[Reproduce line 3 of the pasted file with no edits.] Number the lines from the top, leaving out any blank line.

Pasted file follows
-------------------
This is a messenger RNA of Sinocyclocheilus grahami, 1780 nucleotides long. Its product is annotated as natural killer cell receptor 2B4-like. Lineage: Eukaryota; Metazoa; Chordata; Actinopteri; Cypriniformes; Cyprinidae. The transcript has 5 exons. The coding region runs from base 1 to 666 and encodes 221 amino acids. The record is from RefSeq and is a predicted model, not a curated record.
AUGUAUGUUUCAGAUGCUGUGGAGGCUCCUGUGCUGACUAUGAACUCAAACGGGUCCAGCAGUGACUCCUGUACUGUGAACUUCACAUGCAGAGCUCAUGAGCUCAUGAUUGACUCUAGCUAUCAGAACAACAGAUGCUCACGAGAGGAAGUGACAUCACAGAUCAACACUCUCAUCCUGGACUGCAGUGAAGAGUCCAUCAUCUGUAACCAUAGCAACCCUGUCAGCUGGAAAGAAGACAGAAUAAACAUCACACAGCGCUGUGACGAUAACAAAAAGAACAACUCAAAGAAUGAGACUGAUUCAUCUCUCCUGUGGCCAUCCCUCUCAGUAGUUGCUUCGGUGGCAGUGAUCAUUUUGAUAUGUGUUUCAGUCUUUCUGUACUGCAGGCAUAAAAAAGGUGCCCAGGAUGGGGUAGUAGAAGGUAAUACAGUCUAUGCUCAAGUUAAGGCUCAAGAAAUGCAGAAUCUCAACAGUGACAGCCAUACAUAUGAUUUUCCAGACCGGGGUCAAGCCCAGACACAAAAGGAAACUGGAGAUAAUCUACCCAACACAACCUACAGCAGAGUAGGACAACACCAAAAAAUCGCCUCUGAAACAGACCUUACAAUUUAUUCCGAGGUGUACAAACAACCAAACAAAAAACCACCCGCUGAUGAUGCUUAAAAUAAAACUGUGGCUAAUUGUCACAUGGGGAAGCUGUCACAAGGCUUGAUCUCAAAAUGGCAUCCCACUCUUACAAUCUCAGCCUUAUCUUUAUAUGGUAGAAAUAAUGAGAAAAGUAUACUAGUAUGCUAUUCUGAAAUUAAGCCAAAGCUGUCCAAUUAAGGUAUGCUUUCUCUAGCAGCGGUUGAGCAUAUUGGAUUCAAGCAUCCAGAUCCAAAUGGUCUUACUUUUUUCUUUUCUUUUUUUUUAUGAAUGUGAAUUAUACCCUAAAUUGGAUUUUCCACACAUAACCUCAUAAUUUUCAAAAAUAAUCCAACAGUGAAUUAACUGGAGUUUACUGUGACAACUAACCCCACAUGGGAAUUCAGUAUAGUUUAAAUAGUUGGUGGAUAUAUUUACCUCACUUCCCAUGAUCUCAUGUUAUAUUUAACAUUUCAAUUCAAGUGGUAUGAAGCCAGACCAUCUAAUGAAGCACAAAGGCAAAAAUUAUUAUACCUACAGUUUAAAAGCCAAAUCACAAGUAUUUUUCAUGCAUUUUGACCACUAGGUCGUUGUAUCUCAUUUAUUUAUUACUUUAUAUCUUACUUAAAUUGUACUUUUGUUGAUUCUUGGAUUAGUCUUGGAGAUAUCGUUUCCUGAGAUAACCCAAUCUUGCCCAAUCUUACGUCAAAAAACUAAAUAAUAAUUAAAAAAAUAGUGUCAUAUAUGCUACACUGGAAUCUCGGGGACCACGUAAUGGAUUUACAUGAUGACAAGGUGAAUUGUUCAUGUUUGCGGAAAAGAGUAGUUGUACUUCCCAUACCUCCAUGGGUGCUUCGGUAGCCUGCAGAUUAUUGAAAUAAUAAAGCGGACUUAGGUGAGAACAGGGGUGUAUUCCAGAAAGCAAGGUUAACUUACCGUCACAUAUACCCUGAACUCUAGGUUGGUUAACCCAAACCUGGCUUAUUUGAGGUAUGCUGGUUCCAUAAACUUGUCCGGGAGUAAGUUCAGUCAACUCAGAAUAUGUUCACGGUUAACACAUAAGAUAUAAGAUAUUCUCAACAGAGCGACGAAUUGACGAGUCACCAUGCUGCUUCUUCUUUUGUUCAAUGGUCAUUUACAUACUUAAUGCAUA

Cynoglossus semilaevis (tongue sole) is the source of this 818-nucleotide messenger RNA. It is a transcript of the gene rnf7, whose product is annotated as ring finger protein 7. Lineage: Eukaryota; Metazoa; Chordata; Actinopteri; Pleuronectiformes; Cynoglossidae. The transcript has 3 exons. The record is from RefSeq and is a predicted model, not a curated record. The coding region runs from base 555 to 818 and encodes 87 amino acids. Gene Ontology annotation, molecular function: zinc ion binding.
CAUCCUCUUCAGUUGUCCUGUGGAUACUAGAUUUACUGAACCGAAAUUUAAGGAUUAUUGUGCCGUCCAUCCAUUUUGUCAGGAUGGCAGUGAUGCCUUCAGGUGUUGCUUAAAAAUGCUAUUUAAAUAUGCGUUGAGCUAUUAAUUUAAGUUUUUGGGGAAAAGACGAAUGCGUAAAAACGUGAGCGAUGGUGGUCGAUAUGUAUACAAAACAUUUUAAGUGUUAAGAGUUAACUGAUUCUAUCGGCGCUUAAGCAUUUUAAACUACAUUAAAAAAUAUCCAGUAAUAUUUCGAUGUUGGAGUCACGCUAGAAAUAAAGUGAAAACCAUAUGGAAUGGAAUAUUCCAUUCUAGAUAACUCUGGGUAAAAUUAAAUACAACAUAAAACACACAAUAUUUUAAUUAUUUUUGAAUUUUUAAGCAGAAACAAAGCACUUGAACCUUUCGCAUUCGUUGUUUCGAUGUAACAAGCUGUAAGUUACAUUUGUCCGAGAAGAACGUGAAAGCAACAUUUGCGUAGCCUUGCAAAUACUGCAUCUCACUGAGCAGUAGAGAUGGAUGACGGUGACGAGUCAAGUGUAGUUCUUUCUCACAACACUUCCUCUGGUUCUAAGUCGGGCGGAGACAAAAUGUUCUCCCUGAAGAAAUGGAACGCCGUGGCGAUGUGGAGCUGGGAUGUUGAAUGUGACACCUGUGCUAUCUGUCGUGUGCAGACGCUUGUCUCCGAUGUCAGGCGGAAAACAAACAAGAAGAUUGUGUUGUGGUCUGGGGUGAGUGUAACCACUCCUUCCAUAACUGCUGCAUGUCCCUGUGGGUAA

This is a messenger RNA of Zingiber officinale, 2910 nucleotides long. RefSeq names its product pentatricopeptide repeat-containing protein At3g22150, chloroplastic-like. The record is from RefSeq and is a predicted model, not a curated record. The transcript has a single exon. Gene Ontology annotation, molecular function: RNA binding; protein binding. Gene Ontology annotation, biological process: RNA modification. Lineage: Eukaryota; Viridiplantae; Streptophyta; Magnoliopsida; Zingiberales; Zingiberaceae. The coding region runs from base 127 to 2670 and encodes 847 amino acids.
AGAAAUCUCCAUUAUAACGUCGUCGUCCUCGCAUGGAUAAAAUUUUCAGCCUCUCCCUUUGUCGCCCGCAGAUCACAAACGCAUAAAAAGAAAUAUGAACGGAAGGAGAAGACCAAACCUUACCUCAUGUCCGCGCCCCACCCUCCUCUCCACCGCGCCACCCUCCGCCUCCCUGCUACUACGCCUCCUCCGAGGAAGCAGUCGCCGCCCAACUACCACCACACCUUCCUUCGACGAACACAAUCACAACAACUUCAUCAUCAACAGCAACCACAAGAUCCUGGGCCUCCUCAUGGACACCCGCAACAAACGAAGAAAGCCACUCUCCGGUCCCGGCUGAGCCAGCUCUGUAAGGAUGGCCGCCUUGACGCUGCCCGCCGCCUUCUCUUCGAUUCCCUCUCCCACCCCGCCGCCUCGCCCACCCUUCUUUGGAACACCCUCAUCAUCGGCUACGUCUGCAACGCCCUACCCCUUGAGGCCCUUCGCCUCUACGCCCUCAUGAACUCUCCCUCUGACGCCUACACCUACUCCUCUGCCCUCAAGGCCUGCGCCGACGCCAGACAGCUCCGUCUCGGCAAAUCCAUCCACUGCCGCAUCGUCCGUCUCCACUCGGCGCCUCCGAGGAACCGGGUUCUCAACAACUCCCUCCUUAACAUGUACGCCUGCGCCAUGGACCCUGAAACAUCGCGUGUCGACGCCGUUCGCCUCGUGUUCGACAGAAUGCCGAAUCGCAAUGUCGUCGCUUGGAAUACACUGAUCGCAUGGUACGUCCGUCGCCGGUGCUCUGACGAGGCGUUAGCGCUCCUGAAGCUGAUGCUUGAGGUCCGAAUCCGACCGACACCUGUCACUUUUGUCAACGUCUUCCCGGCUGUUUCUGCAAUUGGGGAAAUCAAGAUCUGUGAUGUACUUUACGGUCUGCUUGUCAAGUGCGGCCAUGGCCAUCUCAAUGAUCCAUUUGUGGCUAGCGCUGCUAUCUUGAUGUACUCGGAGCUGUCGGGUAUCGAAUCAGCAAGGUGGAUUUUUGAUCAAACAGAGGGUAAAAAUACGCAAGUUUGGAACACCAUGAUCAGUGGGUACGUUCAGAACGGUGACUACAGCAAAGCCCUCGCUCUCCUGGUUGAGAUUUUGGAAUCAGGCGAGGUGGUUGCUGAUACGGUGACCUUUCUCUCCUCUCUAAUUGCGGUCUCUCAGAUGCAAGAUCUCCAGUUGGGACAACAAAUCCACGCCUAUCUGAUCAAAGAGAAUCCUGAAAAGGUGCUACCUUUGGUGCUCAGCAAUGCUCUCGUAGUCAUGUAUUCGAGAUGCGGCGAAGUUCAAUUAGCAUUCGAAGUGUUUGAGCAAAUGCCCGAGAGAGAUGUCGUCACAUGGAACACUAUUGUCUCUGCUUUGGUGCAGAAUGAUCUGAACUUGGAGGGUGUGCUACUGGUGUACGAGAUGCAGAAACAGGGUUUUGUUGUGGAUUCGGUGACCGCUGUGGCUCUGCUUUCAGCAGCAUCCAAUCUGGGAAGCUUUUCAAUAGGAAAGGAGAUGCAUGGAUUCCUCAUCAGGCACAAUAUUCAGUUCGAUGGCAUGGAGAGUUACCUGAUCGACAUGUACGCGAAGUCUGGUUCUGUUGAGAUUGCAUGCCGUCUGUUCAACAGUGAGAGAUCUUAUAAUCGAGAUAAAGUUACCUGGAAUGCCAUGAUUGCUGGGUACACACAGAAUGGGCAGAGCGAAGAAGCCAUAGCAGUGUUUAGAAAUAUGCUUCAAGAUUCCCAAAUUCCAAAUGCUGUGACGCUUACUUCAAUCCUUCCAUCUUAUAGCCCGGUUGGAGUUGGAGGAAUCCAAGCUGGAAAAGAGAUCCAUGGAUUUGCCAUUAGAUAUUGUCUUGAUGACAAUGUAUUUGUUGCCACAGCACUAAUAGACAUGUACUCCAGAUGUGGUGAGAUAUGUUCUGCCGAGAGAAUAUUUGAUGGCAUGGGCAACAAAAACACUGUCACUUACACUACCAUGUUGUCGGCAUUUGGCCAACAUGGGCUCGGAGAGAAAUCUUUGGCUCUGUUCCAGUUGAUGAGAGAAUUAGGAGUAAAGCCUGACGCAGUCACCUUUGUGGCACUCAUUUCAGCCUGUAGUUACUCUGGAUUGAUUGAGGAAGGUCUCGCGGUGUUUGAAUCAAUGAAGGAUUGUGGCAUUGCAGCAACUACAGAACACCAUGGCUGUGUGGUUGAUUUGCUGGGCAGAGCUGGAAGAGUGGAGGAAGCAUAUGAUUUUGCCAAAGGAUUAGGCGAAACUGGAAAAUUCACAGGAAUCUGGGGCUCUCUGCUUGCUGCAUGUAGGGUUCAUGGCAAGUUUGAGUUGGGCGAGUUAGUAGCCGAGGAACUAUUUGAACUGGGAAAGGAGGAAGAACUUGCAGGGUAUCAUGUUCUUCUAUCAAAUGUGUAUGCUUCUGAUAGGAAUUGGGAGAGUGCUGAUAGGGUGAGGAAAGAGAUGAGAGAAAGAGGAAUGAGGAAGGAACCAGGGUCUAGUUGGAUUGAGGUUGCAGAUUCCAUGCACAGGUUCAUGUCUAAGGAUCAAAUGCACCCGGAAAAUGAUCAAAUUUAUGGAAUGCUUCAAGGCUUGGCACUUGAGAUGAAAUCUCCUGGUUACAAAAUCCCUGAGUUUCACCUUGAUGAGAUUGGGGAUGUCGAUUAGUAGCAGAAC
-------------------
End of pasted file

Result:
Cynoglossus semilaevis (tongue sole) is the source of this 818-nucleotide messenger RNA. It is a transcript of the gene rnf7, whose product is annotated as ring finger protein 7. Lineage: Eukaryota; Metazoa; Chordata; Actinopteri; Pleuronectiformes; Cynoglossidae. The transcript has 3 exons. The record is from RefSeq and is a predicted model, not a curated record. The coding region runs from base 555 to 818 and encodes 87 amino acids. Gene Ontology annotation, molecular function: zinc ion binding.